This traditional fine spider web work is the main attraction of Cuttack Tarakasi. And Rose flower is one of the main elements in its repertoire of design motifs. One rose takes about three to four hours to make. Beside Jewellery, creative art works portraying iconic monuments of Odisha. In recent years a number of contemporary themes, such as chariots, currency notes, rickshaws, and bicycles and so on are also seen in the market. Artisans who are mostly goldsmith work with 90℅ silver alloy. Tarakasi involves a number of steps. A lump of silver is placed on a small clay pot over a bucket full of charcoal. Hand operated stuffs is used to regulate the temperature. It takes about 10 minutes to melt the silver lump. The molten silver is then poured into a rod shaped mud which is further put in water for cooling. To make a thin silver wires from the rod they use machines. Then wires are carved into a number of complex designs, which are first drawn on paper. For the process of soldering, thick silver wires are used as frames into which thin wires are embedded. There are 90 types of wire designs of spirals and curls, creepers and jaalis.

Spider Web Work

In the early 20th century, due to the lack of patronage, tarakasi work of Cuttack had almost vanished. In 1962, former CM of Odisha Biju patnaik established the Kalinga Filigree cooperative society to help local tarakasi artisans. And today there are about 400 artisans in cutback working but the craft is in danger due to a number of factors, such as competition from Kolkata, which produces coarse but affordable silver filigree items. Of all the handicrafts of Odisha, silver filigree is the most unique and finest is locally called Tarakasi. In this process it consists drawing of silver through a series of consecutively smaller holes to produce fire strands of wire. Vermillion boxes, brooches, pendants, earrings and hairpins are in great demand. Vermillion box is must in any Odia marriage. In cutback, Odisha, Diwali is popularly celebrated as kali puja, where kali idols were adorned with elaborate silver frames (medha) famously known as the filigree work or Tarakasi. Quintals of silver have been used all over the city for kali idols.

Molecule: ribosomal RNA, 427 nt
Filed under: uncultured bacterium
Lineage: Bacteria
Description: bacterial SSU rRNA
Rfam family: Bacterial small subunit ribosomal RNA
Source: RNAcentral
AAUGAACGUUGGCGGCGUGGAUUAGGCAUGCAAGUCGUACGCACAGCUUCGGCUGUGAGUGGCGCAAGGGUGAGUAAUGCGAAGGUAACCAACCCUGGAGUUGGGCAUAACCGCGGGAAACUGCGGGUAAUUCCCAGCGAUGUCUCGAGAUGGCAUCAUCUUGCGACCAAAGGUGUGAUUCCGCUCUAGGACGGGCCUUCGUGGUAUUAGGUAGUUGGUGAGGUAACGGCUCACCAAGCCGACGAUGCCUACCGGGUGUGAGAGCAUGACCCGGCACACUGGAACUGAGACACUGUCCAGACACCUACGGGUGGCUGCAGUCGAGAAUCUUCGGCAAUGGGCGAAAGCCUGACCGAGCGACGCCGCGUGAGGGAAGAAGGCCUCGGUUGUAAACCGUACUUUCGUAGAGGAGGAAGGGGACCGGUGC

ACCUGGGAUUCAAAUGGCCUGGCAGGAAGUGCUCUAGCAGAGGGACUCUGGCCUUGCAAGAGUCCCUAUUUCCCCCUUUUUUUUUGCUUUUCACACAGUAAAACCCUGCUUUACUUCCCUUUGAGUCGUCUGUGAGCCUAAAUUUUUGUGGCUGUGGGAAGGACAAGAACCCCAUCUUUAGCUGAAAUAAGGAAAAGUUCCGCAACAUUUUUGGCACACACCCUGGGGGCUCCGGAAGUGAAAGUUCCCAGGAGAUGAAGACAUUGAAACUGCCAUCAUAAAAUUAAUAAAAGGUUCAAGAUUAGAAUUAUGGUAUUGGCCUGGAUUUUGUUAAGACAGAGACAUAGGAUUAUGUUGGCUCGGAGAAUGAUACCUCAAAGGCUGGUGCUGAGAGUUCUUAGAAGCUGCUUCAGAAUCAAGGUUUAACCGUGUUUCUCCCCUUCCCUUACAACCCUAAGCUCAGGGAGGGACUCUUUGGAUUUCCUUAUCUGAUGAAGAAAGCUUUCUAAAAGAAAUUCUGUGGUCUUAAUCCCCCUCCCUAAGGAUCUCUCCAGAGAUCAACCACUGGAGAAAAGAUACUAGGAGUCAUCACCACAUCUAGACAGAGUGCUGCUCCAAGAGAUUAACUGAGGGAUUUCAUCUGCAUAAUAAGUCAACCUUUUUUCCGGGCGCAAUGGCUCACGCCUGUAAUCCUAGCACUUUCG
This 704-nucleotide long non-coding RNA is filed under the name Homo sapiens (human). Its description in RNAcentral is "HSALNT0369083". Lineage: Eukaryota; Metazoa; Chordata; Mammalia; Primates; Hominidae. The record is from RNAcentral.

Also read : The Art of Pattachitra is still alive in Puri, Odisha

The beauty of jewellery is so fascinating that it immediately draws one’s attention from every distraction. Its inexpensiveness can be easily afforded by all. A visit to Odisha is never complete without checking out the filigree items and owning one.